UQ’s 264,000 graduates are an engaged network of global alumni spanning more than 170 countries, and include approximately 14,000 PhDs. More than 52,000 current students, including more than 16,400 postgraduate students and approximately 18,000 international students from 135 countries, currently study across UQ’s three campuses in South East Queensland.
Our research has global impact, delivered by an interdisciplinary community across six faculties, eight globally recognised research institutes and more than 100 research centres. Emboldened by a record of success and the prospect of contributing answers to the world’s greatest challenges, UQ research strengths include agriculture and food sciences, biological sciences, ecology and environmental science, nanotechnology and bioengineering, and environmental engineering and water management.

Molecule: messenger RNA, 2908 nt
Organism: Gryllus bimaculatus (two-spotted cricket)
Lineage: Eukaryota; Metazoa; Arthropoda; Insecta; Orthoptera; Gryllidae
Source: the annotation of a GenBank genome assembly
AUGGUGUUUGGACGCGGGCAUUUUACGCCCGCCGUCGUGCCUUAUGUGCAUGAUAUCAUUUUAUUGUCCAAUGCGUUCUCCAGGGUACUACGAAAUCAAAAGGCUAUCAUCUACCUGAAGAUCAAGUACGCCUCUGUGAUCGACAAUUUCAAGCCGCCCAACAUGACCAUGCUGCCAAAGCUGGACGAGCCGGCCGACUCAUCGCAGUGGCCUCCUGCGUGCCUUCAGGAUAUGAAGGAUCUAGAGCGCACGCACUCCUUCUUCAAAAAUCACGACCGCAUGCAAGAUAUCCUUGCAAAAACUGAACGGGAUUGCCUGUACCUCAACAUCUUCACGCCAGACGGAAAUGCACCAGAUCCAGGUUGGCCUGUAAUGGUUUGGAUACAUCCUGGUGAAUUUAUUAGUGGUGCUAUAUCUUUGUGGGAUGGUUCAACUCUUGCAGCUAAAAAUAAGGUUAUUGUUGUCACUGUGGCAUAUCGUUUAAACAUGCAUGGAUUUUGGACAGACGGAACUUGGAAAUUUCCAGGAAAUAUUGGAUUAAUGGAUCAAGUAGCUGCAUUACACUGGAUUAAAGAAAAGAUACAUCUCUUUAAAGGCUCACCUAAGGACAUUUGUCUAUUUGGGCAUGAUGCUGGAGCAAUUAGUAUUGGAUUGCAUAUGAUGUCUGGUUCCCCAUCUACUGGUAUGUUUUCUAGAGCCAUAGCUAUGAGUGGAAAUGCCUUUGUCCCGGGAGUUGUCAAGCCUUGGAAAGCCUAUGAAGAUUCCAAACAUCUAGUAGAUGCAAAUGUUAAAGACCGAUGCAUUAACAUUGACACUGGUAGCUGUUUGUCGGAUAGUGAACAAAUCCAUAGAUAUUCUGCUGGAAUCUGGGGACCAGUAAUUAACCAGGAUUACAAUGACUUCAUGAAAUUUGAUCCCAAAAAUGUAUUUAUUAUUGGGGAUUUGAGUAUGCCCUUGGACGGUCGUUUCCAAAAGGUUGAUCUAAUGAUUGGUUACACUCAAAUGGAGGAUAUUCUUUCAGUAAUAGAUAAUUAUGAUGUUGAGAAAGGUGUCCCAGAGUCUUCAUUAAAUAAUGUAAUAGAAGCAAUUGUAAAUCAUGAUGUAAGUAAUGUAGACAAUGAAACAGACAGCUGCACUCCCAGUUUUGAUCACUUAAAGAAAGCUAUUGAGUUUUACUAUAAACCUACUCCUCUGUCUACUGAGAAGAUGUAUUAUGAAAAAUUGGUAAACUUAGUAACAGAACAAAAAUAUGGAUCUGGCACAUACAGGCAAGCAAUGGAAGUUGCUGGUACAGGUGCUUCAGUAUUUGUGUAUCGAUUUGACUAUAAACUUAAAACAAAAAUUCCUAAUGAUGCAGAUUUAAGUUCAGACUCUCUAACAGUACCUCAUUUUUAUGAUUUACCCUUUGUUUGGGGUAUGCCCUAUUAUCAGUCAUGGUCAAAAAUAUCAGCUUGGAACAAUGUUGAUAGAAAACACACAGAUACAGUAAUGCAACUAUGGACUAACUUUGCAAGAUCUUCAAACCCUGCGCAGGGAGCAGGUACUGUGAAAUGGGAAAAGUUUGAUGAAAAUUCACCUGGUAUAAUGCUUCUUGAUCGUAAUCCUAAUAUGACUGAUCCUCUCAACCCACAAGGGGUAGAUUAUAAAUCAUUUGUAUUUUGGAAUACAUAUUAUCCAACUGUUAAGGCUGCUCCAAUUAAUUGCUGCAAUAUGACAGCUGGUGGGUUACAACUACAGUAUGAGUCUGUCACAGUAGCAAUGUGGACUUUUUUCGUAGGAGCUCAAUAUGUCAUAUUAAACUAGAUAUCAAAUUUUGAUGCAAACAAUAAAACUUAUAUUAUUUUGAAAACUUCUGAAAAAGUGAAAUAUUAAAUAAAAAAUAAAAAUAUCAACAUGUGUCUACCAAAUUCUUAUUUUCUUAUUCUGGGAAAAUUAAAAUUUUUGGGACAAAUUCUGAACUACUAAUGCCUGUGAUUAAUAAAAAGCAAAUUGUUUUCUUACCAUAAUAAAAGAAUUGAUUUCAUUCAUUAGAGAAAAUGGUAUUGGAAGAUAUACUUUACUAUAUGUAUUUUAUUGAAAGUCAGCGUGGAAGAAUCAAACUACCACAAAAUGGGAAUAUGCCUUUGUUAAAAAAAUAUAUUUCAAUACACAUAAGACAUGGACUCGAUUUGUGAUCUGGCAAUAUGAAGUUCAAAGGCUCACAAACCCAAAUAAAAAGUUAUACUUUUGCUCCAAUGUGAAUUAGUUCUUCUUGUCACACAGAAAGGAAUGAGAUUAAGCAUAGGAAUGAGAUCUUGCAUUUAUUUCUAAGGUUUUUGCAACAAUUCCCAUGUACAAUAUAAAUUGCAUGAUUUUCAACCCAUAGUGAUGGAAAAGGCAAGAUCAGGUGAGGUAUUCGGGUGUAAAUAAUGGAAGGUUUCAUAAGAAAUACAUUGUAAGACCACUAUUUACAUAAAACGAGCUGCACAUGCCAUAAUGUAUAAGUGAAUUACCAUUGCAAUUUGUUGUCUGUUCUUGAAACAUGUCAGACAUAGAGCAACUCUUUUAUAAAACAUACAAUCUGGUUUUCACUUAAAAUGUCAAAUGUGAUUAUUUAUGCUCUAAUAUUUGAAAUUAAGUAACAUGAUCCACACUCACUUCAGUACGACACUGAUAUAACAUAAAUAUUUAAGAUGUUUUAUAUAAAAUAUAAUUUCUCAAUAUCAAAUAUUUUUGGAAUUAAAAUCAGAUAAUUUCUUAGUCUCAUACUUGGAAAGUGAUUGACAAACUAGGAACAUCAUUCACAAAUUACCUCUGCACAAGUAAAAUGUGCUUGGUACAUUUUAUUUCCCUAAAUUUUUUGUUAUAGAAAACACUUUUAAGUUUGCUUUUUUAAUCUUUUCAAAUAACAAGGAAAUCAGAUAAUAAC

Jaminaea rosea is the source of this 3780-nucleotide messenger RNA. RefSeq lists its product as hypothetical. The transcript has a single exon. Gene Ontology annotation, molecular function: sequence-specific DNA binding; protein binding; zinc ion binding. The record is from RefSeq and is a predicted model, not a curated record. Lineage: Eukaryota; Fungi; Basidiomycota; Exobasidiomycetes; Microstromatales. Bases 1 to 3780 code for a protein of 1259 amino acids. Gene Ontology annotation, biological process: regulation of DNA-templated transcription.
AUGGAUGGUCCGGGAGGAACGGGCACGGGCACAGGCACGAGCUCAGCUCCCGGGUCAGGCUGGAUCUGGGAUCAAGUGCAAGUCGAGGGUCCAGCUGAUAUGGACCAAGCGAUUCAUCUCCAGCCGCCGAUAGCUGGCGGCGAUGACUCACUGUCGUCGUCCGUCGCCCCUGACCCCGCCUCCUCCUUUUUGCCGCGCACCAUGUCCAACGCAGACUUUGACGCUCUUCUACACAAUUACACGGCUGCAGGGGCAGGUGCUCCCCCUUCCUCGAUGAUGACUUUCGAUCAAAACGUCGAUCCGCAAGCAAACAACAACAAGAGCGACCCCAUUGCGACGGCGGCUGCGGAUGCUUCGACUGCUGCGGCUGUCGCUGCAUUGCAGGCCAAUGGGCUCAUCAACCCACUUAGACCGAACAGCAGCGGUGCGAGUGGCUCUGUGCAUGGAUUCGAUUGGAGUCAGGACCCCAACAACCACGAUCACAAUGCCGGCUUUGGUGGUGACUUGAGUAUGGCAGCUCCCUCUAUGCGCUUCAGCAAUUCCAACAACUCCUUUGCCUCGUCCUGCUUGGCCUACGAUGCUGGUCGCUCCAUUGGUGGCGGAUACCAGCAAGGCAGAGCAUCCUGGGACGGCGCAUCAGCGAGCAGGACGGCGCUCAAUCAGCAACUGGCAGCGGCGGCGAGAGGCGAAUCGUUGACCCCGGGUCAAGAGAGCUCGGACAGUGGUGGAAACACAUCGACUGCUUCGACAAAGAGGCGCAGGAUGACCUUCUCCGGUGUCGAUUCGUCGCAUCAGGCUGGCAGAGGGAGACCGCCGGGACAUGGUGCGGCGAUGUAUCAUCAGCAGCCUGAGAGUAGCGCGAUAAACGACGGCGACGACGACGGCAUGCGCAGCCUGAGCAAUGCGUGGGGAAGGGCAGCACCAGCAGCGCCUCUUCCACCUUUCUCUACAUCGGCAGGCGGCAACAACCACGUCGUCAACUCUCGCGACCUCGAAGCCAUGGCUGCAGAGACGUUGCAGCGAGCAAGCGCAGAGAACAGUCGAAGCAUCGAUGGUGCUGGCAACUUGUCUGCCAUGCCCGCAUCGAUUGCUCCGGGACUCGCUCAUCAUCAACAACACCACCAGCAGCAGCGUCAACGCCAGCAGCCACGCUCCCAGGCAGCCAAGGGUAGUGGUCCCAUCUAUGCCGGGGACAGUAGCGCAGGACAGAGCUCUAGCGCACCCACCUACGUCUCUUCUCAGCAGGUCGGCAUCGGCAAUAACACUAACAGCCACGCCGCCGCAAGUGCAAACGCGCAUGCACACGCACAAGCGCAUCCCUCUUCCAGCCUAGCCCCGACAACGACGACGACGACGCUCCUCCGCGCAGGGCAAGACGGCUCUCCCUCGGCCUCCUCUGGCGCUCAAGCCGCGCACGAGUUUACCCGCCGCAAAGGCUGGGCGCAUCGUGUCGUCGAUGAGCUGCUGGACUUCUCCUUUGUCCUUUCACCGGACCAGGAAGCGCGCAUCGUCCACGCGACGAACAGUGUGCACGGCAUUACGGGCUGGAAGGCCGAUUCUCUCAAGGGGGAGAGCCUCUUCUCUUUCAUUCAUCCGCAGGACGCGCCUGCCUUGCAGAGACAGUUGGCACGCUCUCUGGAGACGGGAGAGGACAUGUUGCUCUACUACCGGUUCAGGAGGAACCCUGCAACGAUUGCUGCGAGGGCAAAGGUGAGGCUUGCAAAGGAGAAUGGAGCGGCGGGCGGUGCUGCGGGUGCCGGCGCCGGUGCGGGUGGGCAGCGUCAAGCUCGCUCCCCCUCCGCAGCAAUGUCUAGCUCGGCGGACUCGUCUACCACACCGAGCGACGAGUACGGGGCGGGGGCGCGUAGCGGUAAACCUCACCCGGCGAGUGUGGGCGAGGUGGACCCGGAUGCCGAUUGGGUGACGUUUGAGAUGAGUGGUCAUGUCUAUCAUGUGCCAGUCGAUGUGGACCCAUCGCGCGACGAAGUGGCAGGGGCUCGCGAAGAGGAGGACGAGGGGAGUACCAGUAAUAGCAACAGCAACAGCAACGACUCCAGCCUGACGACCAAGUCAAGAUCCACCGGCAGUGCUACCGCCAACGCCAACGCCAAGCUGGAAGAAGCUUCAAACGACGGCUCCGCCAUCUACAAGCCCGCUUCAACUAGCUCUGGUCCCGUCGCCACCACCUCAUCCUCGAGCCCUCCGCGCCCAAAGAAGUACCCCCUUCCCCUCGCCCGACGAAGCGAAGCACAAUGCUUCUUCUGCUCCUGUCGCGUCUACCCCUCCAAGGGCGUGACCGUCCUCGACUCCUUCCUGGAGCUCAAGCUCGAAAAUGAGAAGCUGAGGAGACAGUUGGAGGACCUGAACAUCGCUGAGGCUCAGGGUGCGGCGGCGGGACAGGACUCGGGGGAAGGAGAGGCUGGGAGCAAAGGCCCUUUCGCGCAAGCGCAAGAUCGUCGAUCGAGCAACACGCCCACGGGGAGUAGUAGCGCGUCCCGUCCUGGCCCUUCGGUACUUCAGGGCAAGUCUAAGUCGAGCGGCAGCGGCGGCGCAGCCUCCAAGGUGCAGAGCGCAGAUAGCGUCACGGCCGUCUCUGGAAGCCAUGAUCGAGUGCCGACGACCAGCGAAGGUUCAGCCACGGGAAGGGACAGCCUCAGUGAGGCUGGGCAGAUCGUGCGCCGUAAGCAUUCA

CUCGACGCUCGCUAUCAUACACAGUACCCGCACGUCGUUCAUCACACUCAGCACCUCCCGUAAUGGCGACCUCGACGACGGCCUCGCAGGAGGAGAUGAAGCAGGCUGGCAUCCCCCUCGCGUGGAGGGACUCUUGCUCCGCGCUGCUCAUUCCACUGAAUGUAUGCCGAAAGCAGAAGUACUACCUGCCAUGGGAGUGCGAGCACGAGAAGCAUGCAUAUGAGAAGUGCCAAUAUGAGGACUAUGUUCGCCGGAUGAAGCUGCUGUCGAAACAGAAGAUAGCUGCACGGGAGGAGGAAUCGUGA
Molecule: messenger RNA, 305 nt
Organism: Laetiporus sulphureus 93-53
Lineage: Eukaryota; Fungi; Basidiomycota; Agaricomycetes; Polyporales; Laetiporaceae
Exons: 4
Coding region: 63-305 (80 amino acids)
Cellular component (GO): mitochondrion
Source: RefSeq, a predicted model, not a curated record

This expertise is backed by longstanding collaborations with the most influential environmental and scientific institutions in the world, and plays a critical role in international developments in environmental modelling, marine science, biodiversity conservation, pest management and landscape restoration.
UQ’s expertise in Nanotechnology and Bioengineering research is also transforming basic science into novel materials, devices and processes for improved sustainability and health. Our researchers have extensive global links, including with the Technical University of Munich (TUM) and São Paulo State University (UNESP), with which UQ has partnered to explore the emerging role of biotechnology on future economies. The tripartite agreement has expanded existing research initiatives, identified new opportunities for joint projects, and supported broad academic collaboration, particularly in the areas of healthy and safe foods, renewable resources, and bio-processes engineering.